Even as it warns that sequesters are still biting, the Obama administration announced Tuesday that it’s been able to keep the IRS open and running without having to furlough employees next week.
In order to meet its lower budget targets the IRS had initially told employees it would have to furlough them for five days between March 1 and Sept. 30. But with less than a week to go before the fourth furlough day next Monday, the agency said Tuesday it’s been able to find enough money to keep employees on the job, according to the labor union that represents staffers.
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“While I am concerned that this announcement comes so close to the planned furlough day, it is a positive development arising from our continuing discussions with the agency on furloughs,” said National Treasury Employees Union (NTEU) President Colleen M. Kelley. “We have been encouraging the agency, and working with it, in an effort to find savings sufficient to allow it to cancel employee furloughs.”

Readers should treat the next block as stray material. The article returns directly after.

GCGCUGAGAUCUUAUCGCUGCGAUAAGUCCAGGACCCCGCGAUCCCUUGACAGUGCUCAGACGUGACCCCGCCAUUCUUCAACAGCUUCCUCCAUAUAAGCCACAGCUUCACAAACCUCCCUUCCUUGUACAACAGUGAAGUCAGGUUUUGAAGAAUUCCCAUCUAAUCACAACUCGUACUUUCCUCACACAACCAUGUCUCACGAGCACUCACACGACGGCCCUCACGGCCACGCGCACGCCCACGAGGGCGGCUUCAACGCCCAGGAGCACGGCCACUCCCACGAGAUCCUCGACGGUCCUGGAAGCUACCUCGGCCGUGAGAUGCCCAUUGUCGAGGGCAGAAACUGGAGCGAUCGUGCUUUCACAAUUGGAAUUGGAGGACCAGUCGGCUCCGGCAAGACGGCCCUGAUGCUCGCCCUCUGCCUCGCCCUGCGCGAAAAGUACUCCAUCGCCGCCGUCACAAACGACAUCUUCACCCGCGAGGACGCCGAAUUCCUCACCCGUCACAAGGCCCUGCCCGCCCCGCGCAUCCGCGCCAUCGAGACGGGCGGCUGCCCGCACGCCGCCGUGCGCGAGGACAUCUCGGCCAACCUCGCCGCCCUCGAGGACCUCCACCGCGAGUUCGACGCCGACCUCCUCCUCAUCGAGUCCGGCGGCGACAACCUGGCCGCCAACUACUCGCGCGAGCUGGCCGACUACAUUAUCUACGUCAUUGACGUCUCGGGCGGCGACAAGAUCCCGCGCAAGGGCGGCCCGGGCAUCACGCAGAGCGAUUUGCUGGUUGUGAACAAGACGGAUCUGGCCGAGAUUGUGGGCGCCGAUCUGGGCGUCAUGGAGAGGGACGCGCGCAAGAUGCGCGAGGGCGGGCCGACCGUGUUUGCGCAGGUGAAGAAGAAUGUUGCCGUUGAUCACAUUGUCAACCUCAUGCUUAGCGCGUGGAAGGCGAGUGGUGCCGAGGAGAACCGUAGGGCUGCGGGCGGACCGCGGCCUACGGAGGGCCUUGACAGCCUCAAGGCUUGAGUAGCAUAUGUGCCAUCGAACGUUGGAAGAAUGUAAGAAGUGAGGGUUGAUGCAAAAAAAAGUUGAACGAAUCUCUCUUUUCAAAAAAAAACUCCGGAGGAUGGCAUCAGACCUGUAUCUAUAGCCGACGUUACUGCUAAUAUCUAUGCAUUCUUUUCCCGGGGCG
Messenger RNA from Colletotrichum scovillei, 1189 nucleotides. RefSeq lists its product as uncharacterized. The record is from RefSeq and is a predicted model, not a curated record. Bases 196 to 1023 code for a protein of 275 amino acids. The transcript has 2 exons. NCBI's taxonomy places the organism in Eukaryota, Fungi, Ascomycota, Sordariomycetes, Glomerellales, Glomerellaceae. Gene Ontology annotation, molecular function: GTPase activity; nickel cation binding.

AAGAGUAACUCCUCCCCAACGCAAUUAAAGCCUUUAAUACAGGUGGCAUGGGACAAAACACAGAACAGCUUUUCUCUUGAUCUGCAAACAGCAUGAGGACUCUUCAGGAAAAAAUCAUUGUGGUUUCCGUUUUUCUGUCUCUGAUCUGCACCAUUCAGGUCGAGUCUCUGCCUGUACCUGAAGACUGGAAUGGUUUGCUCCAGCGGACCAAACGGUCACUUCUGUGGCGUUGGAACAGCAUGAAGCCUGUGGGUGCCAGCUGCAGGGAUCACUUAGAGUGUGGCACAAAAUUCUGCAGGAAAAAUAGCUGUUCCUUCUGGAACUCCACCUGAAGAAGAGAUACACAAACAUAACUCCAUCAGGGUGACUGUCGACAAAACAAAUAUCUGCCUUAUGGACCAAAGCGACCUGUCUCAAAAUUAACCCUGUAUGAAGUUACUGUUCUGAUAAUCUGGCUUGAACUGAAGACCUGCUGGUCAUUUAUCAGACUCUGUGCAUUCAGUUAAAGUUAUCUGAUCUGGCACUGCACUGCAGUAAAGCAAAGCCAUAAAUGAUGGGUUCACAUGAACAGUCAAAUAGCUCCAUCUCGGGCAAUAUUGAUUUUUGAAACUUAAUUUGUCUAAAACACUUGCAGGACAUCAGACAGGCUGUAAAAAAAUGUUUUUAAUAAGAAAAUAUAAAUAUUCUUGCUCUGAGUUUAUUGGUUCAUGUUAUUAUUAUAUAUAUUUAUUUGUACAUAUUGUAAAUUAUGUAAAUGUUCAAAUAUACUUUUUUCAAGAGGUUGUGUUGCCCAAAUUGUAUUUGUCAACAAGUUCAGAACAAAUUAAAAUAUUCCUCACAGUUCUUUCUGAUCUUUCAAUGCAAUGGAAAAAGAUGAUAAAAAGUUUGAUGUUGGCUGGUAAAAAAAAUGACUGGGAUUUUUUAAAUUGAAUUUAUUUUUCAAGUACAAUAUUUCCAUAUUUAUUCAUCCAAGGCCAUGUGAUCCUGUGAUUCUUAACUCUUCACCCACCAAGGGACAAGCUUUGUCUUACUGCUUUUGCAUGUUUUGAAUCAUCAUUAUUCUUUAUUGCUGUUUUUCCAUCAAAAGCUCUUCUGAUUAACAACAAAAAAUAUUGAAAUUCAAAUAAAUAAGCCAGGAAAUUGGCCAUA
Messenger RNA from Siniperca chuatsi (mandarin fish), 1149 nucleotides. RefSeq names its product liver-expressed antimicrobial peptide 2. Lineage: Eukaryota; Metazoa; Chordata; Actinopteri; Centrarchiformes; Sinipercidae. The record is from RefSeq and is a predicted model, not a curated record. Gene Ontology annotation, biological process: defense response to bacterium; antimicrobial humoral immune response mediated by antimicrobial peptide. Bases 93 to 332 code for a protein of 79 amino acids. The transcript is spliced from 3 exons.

During the previous furloughs the IRS shut down and wasn’t available to help taxpayers or to do any of its other investigative functions.
Still to be settled is a fight over bonuses to IRS employees.
The Obama administration has directed agencies to scrap any bonuses it can legally cancel in order to save money, but NTEU argues its employees earned those bonuses last year and are entitled to them. The union said the IRS should be able to cancel the furloughs and pay the bonuses.